• Lmx1a;
  • Human embryonic stem cells;
  • Dopamine neuron;
  • Differentiation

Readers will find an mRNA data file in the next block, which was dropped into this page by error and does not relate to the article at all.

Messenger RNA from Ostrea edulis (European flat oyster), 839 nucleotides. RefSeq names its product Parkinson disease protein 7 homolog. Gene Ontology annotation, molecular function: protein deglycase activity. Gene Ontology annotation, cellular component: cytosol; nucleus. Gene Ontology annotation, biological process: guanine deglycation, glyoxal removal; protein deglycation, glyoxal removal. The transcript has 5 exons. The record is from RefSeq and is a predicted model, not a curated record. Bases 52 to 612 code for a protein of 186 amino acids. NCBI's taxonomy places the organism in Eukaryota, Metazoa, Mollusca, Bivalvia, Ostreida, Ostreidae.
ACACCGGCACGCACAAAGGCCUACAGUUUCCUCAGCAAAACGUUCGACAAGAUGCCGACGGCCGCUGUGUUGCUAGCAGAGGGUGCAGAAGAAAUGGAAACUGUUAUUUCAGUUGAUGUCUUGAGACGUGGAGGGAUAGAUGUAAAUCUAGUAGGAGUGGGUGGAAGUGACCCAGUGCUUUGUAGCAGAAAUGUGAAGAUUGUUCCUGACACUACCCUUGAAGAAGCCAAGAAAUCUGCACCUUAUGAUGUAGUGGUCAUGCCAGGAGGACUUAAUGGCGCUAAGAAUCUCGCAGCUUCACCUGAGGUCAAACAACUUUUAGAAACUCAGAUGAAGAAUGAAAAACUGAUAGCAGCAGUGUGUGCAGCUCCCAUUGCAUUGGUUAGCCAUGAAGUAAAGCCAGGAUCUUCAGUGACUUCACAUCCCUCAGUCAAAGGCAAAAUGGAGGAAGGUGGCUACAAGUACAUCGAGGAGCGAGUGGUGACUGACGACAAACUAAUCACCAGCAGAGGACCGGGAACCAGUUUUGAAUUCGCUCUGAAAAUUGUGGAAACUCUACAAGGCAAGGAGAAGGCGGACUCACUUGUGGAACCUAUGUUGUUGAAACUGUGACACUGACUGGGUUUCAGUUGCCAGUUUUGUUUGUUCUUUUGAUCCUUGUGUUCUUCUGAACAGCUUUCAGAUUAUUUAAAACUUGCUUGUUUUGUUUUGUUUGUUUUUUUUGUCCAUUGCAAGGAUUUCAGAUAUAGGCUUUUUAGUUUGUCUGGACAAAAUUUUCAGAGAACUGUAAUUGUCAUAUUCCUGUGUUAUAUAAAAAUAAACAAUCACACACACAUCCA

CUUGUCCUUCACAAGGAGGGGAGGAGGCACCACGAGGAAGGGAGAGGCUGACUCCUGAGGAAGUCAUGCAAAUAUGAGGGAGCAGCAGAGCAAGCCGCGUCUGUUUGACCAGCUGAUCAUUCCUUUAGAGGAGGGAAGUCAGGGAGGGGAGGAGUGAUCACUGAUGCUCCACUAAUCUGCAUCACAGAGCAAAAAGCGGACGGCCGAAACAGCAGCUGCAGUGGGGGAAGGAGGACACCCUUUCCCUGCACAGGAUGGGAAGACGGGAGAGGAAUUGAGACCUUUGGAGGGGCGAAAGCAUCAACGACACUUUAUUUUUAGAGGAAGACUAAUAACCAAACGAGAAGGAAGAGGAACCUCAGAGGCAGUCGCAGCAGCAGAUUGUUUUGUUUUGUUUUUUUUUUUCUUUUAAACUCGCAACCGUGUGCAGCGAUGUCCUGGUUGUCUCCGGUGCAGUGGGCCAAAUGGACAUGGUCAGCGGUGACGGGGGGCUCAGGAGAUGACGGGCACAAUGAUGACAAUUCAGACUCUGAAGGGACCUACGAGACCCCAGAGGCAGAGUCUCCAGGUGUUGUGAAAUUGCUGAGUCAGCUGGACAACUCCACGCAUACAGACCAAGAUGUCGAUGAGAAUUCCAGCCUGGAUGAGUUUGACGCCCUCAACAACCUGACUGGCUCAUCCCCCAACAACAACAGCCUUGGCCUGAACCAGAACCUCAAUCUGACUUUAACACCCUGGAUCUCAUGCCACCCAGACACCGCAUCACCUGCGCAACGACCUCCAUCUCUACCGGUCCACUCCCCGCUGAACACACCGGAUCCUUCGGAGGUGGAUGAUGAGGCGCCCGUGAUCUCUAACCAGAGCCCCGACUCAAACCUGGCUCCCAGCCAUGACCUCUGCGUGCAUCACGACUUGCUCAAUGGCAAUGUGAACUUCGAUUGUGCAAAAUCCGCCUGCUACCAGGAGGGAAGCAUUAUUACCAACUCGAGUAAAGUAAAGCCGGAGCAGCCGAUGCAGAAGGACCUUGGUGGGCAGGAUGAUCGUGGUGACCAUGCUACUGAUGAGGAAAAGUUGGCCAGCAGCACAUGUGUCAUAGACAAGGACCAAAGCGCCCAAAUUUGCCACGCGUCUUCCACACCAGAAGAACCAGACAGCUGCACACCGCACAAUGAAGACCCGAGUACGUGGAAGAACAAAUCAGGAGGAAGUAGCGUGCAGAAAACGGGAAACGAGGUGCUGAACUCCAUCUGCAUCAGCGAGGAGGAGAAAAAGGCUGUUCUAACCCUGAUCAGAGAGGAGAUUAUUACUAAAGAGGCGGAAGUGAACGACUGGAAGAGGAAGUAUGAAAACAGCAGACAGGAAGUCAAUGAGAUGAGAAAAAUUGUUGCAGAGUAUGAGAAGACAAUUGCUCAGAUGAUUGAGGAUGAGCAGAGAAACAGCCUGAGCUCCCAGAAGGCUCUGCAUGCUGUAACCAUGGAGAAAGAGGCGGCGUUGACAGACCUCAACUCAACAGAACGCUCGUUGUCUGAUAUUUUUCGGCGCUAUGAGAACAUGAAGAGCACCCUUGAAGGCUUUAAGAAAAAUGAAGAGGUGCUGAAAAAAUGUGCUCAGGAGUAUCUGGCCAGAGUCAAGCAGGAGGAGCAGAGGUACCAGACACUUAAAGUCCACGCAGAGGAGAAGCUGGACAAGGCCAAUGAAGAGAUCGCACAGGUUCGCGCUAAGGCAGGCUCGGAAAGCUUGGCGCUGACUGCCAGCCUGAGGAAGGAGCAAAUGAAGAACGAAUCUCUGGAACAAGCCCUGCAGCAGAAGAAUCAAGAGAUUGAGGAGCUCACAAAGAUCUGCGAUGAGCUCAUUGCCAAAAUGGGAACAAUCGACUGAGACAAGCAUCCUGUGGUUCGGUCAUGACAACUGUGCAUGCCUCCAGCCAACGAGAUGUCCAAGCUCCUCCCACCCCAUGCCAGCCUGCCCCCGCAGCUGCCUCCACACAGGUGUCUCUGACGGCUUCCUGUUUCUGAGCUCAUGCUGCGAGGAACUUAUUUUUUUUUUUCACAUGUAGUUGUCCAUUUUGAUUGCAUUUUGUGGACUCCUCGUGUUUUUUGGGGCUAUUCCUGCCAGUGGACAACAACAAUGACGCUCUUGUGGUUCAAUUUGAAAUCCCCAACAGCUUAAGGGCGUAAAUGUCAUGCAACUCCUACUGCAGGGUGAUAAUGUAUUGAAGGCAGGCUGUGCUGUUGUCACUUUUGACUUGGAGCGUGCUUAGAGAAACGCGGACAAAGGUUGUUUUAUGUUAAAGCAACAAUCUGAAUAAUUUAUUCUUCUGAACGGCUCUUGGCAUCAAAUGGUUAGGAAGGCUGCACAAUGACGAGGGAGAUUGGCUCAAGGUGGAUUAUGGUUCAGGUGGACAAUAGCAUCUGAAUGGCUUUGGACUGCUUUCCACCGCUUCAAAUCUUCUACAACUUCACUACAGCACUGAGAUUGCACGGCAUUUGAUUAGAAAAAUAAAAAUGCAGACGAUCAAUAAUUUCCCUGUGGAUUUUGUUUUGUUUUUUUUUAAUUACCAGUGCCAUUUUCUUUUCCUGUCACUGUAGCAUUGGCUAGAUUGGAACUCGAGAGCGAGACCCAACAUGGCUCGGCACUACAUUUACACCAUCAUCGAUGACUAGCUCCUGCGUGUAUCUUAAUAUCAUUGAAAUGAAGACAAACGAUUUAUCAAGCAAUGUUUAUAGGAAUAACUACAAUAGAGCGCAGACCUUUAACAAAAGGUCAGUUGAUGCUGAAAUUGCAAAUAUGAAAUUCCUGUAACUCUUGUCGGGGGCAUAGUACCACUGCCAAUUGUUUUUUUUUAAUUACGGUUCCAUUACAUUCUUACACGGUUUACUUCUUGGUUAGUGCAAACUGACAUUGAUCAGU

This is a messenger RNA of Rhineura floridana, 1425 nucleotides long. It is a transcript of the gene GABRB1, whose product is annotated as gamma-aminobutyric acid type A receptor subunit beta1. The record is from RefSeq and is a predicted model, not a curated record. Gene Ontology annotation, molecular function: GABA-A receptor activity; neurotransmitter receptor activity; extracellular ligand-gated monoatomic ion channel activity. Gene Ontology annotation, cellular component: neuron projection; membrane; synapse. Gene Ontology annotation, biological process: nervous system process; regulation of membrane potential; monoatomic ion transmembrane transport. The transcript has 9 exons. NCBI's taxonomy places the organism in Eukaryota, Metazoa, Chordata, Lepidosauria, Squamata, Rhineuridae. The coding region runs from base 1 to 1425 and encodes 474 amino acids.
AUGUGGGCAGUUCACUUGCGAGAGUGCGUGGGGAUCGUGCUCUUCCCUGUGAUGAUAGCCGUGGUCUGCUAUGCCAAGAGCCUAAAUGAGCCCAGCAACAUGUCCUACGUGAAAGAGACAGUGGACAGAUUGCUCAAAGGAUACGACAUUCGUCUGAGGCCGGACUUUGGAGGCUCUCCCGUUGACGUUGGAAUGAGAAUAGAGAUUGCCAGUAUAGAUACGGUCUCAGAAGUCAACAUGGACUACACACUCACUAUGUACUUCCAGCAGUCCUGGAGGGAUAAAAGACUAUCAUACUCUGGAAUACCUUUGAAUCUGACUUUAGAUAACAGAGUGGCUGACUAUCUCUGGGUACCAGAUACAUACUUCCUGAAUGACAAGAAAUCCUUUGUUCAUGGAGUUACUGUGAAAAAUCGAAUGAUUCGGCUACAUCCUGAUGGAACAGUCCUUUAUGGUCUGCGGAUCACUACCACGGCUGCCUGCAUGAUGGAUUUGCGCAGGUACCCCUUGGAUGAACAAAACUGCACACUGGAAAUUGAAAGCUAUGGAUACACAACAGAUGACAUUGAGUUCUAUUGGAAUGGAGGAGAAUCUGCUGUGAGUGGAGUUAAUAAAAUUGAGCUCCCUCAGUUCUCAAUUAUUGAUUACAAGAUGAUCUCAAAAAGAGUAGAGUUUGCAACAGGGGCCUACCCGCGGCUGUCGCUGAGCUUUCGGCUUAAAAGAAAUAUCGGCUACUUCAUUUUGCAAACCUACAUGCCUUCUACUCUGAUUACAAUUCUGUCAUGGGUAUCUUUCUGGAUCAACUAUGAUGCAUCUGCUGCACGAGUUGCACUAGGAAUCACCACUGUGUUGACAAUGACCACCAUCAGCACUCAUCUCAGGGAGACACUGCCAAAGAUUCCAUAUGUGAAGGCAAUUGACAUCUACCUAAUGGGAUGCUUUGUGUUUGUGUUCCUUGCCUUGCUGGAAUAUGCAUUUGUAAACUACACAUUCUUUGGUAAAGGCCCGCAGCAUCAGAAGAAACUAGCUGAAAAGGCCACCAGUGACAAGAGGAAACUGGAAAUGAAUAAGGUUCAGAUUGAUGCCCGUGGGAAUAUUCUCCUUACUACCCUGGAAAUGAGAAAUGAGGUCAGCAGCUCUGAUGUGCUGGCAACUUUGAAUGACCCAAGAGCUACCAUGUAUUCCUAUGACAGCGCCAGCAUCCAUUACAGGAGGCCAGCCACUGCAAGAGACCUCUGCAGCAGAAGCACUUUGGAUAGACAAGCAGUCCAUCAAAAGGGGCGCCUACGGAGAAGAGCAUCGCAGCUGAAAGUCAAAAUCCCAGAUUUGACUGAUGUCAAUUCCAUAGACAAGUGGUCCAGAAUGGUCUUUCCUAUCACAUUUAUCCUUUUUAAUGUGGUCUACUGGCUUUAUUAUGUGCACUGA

Recent studies have provided important insight into the homeoprotein LIM homeobox transcription factor 1α (Lmx1a) and its role in the commitment of cells to a midbrain dopamine (mDA) fate in the developing mouse. We show here that Lmx1a also plays a pivotal role in the mDA differentiation of human embryonic stem (hES) cells. Thus, as indicated by small interfering RNA experiments, the transient early expression of Lmx1a is necessary for the coordinated expression of all other dopamine (DA)-specific phenotypic traits as hES cells move from multipotent human neural progenitor cells (hNPs) to more restricted precursor cells in vitro. Moreover, only Lmx1a-specified hNPs have the potential to differentiate into bona fide mDA neurons after transplantation into the 6-hydroxydopamine-treated rat striatum. In contrast, cortical human neuronal precursor cells (HNPCs) and mouse subventricular zone cells do not express Lmx1a or become mDA neurons even when placed in an environment that fosters their DA differentiation in vitro or in vivo. These findings suggest that Lmx1a may be critical to the development of mDA neurons from hES cells and that, along with other key early DA markers (i.e., Aldh1a1), may prove to be extremely useful for the selection of appropriately staged and suitably mDA-specified hES cells for cell replacement in Parkinson's disease. STEM CELLS2009;27:220–229